I’ve had a listen to the samples of the other languages on the Earworms MBT website and they all seem to be of equal, good quality. The Arabic one is excellent for low-level learners too in my opinion (MSA).
Two criticisms of Earworms MBT
There are two problems with this series:
- The topics covered are a little touristy. Even in volume 2, a lot of it is geared toward restaurants and reservations which in my opinion is not overly useful or relevant to most people. This is a problem that exists with most products though – they should spend more time on everyday language rather bookings, ordering food and so on.
- They should bring out a Volume 3 and 4 for higher level learners.
The chunking + stuck-song approach has enormous potential for higher level learning using more useful, everyday phrases so I hope that Berlitz expands on it in future.
EDIT: Since writing this review, higher level volumes have now been released! Click here to check it out
Create your own earworms tracks
I thought I’d experiment a little and have a bit of fun with the idea. Here’s a tiny segment that I’ve cropped from An Ghaeilge Bheo (an incredible book for Irish that I picked up this week) and put to a catchy music tune (La Noyee by Yann Tiersen [from the movie Amelie]).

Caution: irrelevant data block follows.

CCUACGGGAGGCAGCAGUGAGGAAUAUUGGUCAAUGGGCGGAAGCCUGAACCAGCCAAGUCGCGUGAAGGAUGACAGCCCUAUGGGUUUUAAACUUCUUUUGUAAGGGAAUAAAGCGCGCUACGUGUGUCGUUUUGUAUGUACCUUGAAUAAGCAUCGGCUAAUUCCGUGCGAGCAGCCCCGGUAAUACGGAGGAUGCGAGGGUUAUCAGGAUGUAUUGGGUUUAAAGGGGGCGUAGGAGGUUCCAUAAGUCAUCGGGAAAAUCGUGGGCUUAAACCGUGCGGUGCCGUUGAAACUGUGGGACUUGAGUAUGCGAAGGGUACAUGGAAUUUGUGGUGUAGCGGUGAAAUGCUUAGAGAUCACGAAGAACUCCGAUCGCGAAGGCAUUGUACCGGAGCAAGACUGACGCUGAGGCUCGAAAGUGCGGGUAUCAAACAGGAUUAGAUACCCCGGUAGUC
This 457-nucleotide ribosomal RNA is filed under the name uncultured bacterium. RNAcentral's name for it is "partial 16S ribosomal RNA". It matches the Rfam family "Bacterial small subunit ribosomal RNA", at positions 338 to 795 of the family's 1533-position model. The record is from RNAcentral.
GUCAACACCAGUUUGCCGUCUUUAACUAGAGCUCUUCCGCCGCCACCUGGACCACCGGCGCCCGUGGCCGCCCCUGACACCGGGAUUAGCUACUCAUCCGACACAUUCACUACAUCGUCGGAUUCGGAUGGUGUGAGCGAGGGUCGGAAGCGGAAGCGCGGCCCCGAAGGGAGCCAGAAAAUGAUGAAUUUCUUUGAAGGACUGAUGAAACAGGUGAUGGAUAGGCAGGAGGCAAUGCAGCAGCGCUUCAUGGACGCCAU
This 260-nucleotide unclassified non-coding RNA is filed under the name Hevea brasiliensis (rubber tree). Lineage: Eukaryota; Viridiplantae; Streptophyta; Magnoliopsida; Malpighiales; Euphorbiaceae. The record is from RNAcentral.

I’ve put the original segment and the version I edited myself here so you can see what I’ve done. It’s a sloppy job because I put it together quickly for this post, but you can see how potentially effective it is in getting you to memorize chunks.
You could also record your own voice doing this rather than use another recording:
mo theaghlach fhéin… mo theaghlach fhéin… mo theaghlach fhéin… mo theaghlach fhéin…
Bhuel, tháim pósta… le sé bliana…
Bhuel, tháim pósta… le sé bliana… bliana…
agus… saolaíodh iníon… saolaíodh iníon…
agus… saolaíodh iníon… óg dom ansan… óg dom ansan…
mí… Márta… mí… Márta…
seo caite… seo caite…
mí… Márta… mí Márta seo caite…
so thá sí nach mór ceithre mhí… ceithre mhí… ceithre mhí…
so thá sí nach mór ceithre mhí…
agus athrú mór…
I used Audacity (a free, open source audio app) to do this and it’s very easy to do. If you want some instructions on how to do it let me know in the comments section below and I’ll write a post detailing it.
As for Earworms Musical Brain Trainer, if you want to get yourself a copy in the language you’re learning, you can buy directly from their website here.
This was written by Donovan Nagel.
Did you find this interesting, useful or encouraging? A quick share on Facebook or Twitter will make my day! Thanks.
Comments: If you’ve got something you’d like to add to this or some constructive criticism you can do that at the bottom of this page. Just please be respectful. Any abusive or nonsensical comments will be deleted.
- 12 Lessons Learned Proposing To An Egyptian Girl Who Only Spoke Arabic (188)
- 10 Reasons Why The Korean Language Being Difficult Isn’t True (109)
- The Most Balanced Rosetta Stone Review You’ll Ever Read (90)
- Arabic and Hebrew: Why Semitic Languages Are Not Difficult (74)
- 25 Prolific Language Learning Bloggers You Should Follow (72)